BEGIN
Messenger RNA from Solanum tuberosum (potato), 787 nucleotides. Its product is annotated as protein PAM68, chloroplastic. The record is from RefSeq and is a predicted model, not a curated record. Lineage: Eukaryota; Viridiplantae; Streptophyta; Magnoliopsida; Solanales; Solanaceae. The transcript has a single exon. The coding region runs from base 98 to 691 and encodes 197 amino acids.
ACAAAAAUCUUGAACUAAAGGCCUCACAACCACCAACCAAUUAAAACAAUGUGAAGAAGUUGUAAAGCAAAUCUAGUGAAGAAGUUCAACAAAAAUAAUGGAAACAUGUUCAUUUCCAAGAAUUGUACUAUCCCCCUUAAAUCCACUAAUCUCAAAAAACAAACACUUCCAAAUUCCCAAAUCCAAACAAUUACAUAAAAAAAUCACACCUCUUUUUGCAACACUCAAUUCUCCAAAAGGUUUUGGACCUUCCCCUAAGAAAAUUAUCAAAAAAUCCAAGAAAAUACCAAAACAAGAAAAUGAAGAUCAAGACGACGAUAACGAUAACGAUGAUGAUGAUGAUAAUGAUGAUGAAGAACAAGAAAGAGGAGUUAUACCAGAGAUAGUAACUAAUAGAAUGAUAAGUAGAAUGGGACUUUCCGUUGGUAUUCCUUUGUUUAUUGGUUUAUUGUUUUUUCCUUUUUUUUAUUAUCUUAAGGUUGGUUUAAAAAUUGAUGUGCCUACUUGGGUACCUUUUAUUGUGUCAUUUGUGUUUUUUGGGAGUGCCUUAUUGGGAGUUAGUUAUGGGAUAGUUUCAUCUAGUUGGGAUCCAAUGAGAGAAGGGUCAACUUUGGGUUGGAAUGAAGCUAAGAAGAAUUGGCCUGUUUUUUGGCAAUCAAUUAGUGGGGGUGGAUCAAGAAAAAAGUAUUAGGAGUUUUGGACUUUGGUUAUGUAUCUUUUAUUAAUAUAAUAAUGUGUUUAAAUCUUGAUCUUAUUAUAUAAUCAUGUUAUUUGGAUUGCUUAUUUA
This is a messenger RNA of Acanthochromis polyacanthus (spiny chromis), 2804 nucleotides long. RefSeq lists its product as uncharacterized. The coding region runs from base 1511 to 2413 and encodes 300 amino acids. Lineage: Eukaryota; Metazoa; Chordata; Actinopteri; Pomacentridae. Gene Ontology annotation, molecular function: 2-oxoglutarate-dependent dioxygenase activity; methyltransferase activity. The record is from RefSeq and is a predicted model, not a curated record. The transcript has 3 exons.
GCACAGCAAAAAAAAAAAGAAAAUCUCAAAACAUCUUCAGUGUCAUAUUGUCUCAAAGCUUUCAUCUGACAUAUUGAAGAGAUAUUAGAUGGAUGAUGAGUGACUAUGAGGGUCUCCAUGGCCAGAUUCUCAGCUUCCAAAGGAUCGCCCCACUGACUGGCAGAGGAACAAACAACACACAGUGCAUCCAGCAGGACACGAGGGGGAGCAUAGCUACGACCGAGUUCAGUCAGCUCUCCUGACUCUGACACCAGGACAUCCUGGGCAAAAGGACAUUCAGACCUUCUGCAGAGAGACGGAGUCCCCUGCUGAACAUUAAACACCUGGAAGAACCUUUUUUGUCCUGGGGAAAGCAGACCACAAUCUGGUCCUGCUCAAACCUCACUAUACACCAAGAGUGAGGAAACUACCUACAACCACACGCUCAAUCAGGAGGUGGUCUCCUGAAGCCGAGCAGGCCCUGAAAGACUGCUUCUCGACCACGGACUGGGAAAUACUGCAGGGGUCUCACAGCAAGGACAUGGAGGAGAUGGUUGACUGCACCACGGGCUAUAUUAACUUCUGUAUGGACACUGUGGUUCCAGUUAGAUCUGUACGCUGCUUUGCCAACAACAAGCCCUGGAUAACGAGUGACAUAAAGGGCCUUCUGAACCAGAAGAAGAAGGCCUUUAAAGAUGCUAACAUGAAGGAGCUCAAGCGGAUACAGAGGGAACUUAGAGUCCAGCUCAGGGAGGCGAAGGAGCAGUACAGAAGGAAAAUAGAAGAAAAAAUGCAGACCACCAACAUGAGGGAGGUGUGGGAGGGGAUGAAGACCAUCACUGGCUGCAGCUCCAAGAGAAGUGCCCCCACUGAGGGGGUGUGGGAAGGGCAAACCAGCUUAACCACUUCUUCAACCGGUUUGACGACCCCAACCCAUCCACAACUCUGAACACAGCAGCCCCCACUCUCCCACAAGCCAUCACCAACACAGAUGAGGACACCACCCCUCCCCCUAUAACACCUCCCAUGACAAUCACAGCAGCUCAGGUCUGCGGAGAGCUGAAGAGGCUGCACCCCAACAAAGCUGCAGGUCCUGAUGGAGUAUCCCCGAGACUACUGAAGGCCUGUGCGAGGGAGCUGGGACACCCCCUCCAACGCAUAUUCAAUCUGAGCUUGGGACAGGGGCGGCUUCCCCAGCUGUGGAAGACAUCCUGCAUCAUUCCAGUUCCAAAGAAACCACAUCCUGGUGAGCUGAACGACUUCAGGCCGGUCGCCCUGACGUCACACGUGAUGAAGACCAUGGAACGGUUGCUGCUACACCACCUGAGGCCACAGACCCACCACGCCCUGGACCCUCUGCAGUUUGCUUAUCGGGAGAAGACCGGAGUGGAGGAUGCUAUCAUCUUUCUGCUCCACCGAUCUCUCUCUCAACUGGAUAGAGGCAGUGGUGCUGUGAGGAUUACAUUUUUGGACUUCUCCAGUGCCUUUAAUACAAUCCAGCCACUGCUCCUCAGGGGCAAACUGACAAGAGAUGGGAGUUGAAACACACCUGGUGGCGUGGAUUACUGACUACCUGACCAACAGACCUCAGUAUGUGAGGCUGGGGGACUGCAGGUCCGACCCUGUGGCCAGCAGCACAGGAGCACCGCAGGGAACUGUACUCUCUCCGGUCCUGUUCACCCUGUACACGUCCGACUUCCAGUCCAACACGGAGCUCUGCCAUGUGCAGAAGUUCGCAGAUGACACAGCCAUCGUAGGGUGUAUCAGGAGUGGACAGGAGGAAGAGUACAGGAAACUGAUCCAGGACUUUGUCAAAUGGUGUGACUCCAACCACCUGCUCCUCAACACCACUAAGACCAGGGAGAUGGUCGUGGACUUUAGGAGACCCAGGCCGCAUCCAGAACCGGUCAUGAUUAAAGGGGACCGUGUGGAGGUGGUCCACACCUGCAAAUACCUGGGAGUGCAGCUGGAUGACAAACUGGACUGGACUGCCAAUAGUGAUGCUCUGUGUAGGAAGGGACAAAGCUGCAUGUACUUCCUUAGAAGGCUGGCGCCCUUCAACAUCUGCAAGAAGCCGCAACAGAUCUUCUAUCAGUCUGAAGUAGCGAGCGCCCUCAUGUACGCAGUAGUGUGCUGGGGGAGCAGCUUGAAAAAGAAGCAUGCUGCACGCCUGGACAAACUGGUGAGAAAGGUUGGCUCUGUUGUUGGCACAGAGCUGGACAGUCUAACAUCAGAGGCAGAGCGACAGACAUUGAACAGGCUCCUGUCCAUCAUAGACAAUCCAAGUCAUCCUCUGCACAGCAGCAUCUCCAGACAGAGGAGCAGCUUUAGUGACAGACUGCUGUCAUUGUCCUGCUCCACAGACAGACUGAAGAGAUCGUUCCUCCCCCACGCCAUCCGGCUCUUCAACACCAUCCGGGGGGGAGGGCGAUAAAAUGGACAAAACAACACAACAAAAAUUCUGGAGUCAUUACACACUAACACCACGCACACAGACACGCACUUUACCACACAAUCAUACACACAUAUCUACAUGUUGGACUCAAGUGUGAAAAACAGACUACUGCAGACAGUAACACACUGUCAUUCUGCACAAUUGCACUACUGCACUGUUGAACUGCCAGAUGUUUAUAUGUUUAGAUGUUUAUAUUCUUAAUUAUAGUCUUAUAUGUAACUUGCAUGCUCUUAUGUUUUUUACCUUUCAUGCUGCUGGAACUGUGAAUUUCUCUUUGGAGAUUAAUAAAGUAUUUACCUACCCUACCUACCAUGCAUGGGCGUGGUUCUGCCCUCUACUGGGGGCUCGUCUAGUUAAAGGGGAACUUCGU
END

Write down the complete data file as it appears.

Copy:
Messenger RNA from Solanum tuberosum (potato), 787 nucleotides. Its product is annotated as protein PAM68, chloroplastic. The record is from RefSeq and is a predicted model, not a curated record. Lineage: Eukaryota; Viridiplantae; Streptophyta; Magnoliopsida; Solanales; Solanaceae. The transcript has a single exon. The coding region runs from base 98 to 691 and encodes 197 amino acids.
ACAAAAAUCUUGAACUAAAGGCCUCACAACCACCAACCAAUUAAAACAAUGUGAAGAAGUUGUAAAGCAAAUCUAGUGAAGAAGUUCAACAAAAAUAAUGGAAACAUGUUCAUUUCCAAGAAUUGUACUAUCCCCCUUAAAUCCACUAAUCUCAAAAAACAAACACUUCCAAAUUCCCAAAUCCAAACAAUUACAUAAAAAAAUCACACCUCUUUUUGCAACACUCAAUUCUCCAAAAGGUUUUGGACCUUCCCCUAAGAAAAUUAUCAAAAAAUCCAAGAAAAUACCAAAACAAGAAAAUGAAGAUCAAGACGACGAUAACGAUAACGAUGAUGAUGAUGAUAAUGAUGAUGAAGAACAAGAAAGAGGAGUUAUACCAGAGAUAGUAACUAAUAGAAUGAUAAGUAGAAUGGGACUUUCCGUUGGUAUUCCUUUGUUUAUUGGUUUAUUGUUUUUUCCUUUUUUUUAUUAUCUUAAGGUUGGUUUAAAAAUUGAUGUGCCUACUUGGGUACCUUUUAUUGUGUCAUUUGUGUUUUUUGGGAGUGCCUUAUUGGGAGUUAGUUAUGGGAUAGUUUCAUCUAGUUGGGAUCCAAUGAGAGAAGGGUCAACUUUGGGUUGGAAUGAAGCUAAGAAGAAUUGGCCUGUUUUUUGGCAAUCAAUUAGUGGGGGUGGAUCAAGAAAAAAGUAUUAGGAGUUUUGGACUUUGGUUAUGUAUCUUUUAUUAAUAUAAUAAUGUGUUUAAAUCUUGAUCUUAUUAUAUAAUCAUGUUAUUUGGAUUGCUUAUUUA
This is a messenger RNA of Acanthochromis polyacanthus (spiny chromis), 2804 nucleotides long. RefSeq lists its product as uncharacterized. The coding region runs from base 1511 to 2413 and encodes 300 amino acids. Lineage: Eukaryota; Metazoa; Chordata; Actinopteri; Pomacentridae. Gene Ontology annotation, molecular function: 2-oxoglutarate-dependent dioxygenase activity; methyltransferase activity. The record is from RefSeq and is a predicted model, not a curated record. The transcript has 3 exons.
GCACAGCAAAAAAAAAAAGAAAAUCUCAAAACAUCUUCAGUGUCAUAUUGUCUCAAAGCUUUCAUCUGACAUAUUGAAGAGAUAUUAGAUGGAUGAUGAGUGACUAUGAGGGUCUCCAUGGCCAGAUUCUCAGCUUCCAAAGGAUCGCCCCACUGACUGGCAGAGGAACAAACAACACACAGUGCAUCCAGCAGGACACGAGGGGGAGCAUAGCUACGACCGAGUUCAGUCAGCUCUCCUGACUCUGACACCAGGACAUCCUGGGCAAAAGGACAUUCAGACCUUCUGCAGAGAGACGGAGUCCCCUGCUGAACAUUAAACACCUGGAAGAACCUUUUUUGUCCUGGGGAAAGCAGACCACAAUCUGGUCCUGCUCAAACCUCACUAUACACCAAGAGUGAGGAAACUACCUACAACCACACGCUCAAUCAGGAGGUGGUCUCCUGAAGCCGAGCAGGCCCUGAAAGACUGCUUCUCGACCACGGACUGGGAAAUACUGCAGGGGUCUCACAGCAAGGACAUGGAGGAGAUGGUUGACUGCACCACGGGCUAUAUUAACUUCUGUAUGGACACUGUGGUUCCAGUUAGAUCUGUACGCUGCUUUGCCAACAACAAGCCCUGGAUAACGAGUGACAUAAAGGGCCUUCUGAACCAGAAGAAGAAGGCCUUUAAAGAUGCUAACAUGAAGGAGCUCAAGCGGAUACAGAGGGAACUUAGAGUCCAGCUCAGGGAGGCGAAGGAGCAGUACAGAAGGAAAAUAGAAGAAAAAAUGCAGACCACCAACAUGAGGGAGGUGUGGGAGGGGAUGAAGACCAUCACUGGCUGCAGCUCCAAGAGAAGUGCCCCCACUGAGGGGGUGUGGGAAGGGCAAACCAGCUUAACCACUUCUUCAACCGGUUUGACGACCCCAACCCAUCCACAACUCUGAACACAGCAGCCCCCACUCUCCCACAAGCCAUCACCAACACAGAUGAGGACACCACCCCUCCCCCUAUAACACCUCCCAUGACAAUCACAGCAGCUCAGGUCUGCGGAGAGCUGAAGAGGCUGCACCCCAACAAAGCUGCAGGUCCUGAUGGAGUAUCCCCGAGACUACUGAAGGCCUGUGCGAGGGAGCUGGGACACCCCCUCCAACGCAUAUUCAAUCUGAGCUUGGGACAGGGGCGGCUUCCCCAGCUGUGGAAGACAUCCUGCAUCAUUCCAGUUCCAAAGAAACCACAUCCUGGUGAGCUGAACGACUUCAGGCCGGUCGCCCUGACGUCACACGUGAUGAAGACCAUGGAACGGUUGCUGCUACACCACCUGAGGCCACAGACCCACCACGCCCUGGACCCUCUGCAGUUUGCUUAUCGGGAGAAGACCGGAGUGGAGGAUGCUAUCAUCUUUCUGCUCCACCGAUCUCUCUCUCAACUGGAUAGAGGCAGUGGUGCUGUGAGGAUUACAUUUUUGGACUUCUCCAGUGCCUUUAAUACAAUCCAGCCACUGCUCCUCAGGGGCAAACUGACAAGAGAUGGGAGUUGAAACACACCUGGUGGCGUGGAUUACUGACUACCUGACCAACAGACCUCAGUAUGUGAGGCUGGGGGACUGCAGGUCCGACCCUGUGGCCAGCAGCACAGGAGCACCGCAGGGAACUGUACUCUCUCCGGUCCUGUUCACCCUGUACACGUCCGACUUCCAGUCCAACACGGAGCUCUGCCAUGUGCAGAAGUUCGCAGAUGACACAGCCAUCGUAGGGUGUAUCAGGAGUGGACAGGAGGAAGAGUACAGGAAACUGAUCCAGGACUUUGUCAAAUGGUGUGACUCCAACCACCUGCUCCUCAACACCACUAAGACCAGGGAGAUGGUCGUGGACUUUAGGAGACCCAGGCCGCAUCCAGAACCGGUCAUGAUUAAAGGGGACCGUGUGGAGGUGGUCCACACCUGCAAAUACCUGGGAGUGCAGCUGGAUGACAAACUGGACUGGACUGCCAAUAGUGAUGCUCUGUGUAGGAAGGGACAAAGCUGCAUGUACUUCCUUAGAAGGCUGGCGCCCUUCAACAUCUGCAAGAAGCCGCAACAGAUCUUCUAUCAGUCUGAAGUAGCGAGCGCCCUCAUGUACGCAGUAGUGUGCUGGGGGAGCAGCUUGAAAAAGAAGCAUGCUGCACGCCUGGACAAACUGGUGAGAAAGGUUGGCUCUGUUGUUGGCACAGAGCUGGACAGUCUAACAUCAGAGGCAGAGCGACAGACAUUGAACAGGCUCCUGUCCAUCAUAGACAAUCCAAGUCAUCCUCUGCACAGCAGCAUCUCCAGACAGAGGAGCAGCUUUAGUGACAGACUGCUGUCAUUGUCCUGCUCCACAGACAGACUGAAGAGAUCGUUCCUCCCCCACGCCAUCCGGCUCUUCAACACCAUCCGGGGGGGAGGGCGAUAAAAUGGACAAAACAACACAACAAAAAUUCUGGAGUCAUUACACACUAACACCACGCACACAGACACGCACUUUACCACACAAUCAUACACACAUAUCUACAUGUUGGACUCAAGUGUGAAAAACAGACUACUGCAGACAGUAACACACUGUCAUUCUGCACAAUUGCACUACUGCACUGUUGAACUGCCAGAUGUUUAUAUGUUUAGAUGUUUAUAUUCUUAAUUAUAGUCUUAUAUGUAACUUGCAUGCUCUUAUGUUUUUUACCUUUCAUGCUGCUGGAACUGUGAAUUUCUCUUUGGAGAUUAAUAAAGUAUUUACCUACCCUACCUACCAUGCAUGGGCGUGGUUCUGCCCUCUACUGGGGGCUCGUCUAGUUAAAGGGGAACUUCGU